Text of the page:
A Dragonfly Abroad: 4 Tips for Working in Spain

Bar del Convent_BarcelonaLet me start by saying that I have the best job in the world.
How else would I be able to spend my summer working from Barcelona, Spain, balancing meetings with clients with trips to the beach?
Not a typical “office job,” that’s for sure.
I’ve been here for about two months now. And in that time, I’ve learned a few things about working in the city’s many sidewalk cafés. Next time you’re in Spain and find yourself needing a place to write, follow these tips:

Understand Spain’s coffee culture.

First off, you can forget about anything remotely resembling American black coffee, either in quantity or taste. Spaniards take their coffee in petite, precise ratios of espresso, milk, and other add-ins. It’s important to know how to order the kind you prefer (I recommend café con leche).
You’ll also want to build coffee time into your schedule. Coffee in Spain is meant to be sipped and savored, not gulped from a travel mug while on the run. Over time, I’ve come to appreciate this relaxing, mind-clearing ritual.

Respect the house rules of the places you visit.

Many cafés in Barcelona offer free wi-fi, although you may have to ask for the contraseña (the password). Keep in mind, though, that the American custom of setting up camp at a coffee shop and working the day away is much less common in Spain and is frowned upon in some locations.
Look for signs or ask a barista about a café’s policy. Some places require that you purchase food or drink each hour you spend there. Others prohibit working on laptops between certain hours. It’s all about shutting the books and enjoying life, people.

If you do plan to stay awhile, look for a good menú.

Lunch, or comida, is Spaniards’ biggest meal. Many restaurants and cafés offer a menú del día, an all-inclusive midday special that’s often less expensive than the sum of its parts. (Not to be confused with the list of all items available to order, which is called the carta.)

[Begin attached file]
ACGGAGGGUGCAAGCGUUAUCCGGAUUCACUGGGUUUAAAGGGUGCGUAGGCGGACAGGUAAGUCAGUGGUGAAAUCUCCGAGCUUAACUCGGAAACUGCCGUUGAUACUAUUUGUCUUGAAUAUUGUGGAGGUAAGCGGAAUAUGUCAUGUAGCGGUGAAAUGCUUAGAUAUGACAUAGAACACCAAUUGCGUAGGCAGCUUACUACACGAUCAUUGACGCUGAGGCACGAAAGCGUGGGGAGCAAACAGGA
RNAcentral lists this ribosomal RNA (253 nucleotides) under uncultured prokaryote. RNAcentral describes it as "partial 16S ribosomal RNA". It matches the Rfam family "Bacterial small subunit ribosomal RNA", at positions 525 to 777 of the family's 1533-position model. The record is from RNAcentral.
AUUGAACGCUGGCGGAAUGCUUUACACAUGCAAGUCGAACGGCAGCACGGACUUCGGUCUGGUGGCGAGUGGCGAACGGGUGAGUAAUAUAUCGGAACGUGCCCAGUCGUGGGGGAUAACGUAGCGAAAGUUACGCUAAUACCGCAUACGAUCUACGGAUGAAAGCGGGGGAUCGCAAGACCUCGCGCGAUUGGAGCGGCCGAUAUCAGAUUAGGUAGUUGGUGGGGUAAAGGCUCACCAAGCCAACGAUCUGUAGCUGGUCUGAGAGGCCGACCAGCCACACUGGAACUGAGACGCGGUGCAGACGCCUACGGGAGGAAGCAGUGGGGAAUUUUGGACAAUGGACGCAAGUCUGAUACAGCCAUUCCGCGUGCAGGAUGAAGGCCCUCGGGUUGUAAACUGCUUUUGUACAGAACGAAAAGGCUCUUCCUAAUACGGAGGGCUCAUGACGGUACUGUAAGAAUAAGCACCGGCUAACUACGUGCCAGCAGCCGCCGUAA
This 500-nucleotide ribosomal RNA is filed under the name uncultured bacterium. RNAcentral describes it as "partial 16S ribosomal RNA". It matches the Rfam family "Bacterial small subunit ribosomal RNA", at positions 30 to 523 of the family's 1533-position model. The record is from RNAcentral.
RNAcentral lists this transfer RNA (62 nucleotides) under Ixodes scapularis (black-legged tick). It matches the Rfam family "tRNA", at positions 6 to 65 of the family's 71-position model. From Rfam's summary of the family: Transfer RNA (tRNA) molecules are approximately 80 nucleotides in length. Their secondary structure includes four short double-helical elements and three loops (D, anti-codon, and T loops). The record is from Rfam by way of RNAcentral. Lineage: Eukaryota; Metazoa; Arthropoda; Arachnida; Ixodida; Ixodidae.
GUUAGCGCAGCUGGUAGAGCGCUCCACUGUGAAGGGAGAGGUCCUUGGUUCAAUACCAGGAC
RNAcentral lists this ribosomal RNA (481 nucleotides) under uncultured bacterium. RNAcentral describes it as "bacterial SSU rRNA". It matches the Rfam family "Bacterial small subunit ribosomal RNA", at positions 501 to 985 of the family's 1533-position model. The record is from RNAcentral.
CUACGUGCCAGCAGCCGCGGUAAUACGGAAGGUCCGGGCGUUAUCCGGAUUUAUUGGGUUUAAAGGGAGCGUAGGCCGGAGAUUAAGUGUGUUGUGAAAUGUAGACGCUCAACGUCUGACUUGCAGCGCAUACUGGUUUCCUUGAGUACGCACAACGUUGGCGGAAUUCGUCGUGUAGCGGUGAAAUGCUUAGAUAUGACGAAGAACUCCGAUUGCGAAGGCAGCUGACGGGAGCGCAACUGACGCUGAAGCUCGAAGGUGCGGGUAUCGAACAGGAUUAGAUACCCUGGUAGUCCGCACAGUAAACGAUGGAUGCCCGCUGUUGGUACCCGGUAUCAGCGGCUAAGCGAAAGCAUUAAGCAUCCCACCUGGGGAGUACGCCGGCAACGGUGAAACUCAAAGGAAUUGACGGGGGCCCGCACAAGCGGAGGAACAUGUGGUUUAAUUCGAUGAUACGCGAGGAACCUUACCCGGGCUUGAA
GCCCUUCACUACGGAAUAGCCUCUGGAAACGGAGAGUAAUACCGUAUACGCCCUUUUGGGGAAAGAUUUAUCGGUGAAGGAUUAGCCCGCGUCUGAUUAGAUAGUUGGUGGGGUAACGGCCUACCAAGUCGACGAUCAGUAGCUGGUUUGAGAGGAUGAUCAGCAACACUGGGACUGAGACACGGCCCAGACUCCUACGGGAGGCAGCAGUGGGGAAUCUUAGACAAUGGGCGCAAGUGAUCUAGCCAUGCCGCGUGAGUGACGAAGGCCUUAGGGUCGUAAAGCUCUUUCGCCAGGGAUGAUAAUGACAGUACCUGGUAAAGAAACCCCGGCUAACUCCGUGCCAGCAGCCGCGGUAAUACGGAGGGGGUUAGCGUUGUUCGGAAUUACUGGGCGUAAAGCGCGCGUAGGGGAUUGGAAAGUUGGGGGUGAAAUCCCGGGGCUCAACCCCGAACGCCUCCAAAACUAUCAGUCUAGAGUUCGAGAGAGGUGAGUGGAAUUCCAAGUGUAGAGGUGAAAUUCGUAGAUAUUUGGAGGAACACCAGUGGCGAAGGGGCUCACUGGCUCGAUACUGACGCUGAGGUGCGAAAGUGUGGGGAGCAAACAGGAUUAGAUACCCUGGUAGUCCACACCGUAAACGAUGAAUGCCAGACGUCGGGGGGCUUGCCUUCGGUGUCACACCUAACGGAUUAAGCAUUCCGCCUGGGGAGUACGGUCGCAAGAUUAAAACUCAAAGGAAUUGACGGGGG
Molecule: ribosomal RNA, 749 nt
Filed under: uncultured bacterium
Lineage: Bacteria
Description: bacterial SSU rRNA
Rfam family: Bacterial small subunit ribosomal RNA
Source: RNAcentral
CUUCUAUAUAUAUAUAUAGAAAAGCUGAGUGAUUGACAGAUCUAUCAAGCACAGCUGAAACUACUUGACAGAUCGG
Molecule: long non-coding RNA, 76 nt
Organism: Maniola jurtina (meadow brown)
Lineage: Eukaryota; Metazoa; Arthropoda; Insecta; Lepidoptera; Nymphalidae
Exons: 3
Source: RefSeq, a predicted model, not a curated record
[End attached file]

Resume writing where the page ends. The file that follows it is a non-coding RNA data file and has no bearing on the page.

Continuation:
A typical menú might include a main course (usually a sandwich or warm baked dish), a side, dessert, and coffee or another drink. A menú of 8 to 10 euros is usually a good deal.

Make the most of your work hours.

If you’re working with colleagues back in the U.S., you’re in luck: you get a major head start on the day’s work. This means you can spend the morning writing in blissful, undisturbed silence before the tide of morning emails rushes in. Or, if you decide to make yourself available in the afternoon and evening for meetings and correspondence back home, you can spend the morning visiting a museum or lingering over coffee and an ensaimada. Either way, you win.
Visiting Barcelona soon? Here are my favorite places to write.

  • Bar del Convent – This spot is tucked inside a 13th-century former convent in one of Barcelona’s oldest neighborhoods. Grab a table on its roomy patio and enjoy shade, a cool breeze, and beautiful surroundings (see photo).
  • Babelia – You could come here to catch up on work—but you might wind up curling up with a book instead. This combination café/secondhand bookstore has a nice selection, including a number of titles in English.
  • Mitte – Plenty of seats, quiet background music, great snacks—what more could a writer abroad want? This space, which doubles as an art venue in the evenings, is a surprisingly serene place to work by day.


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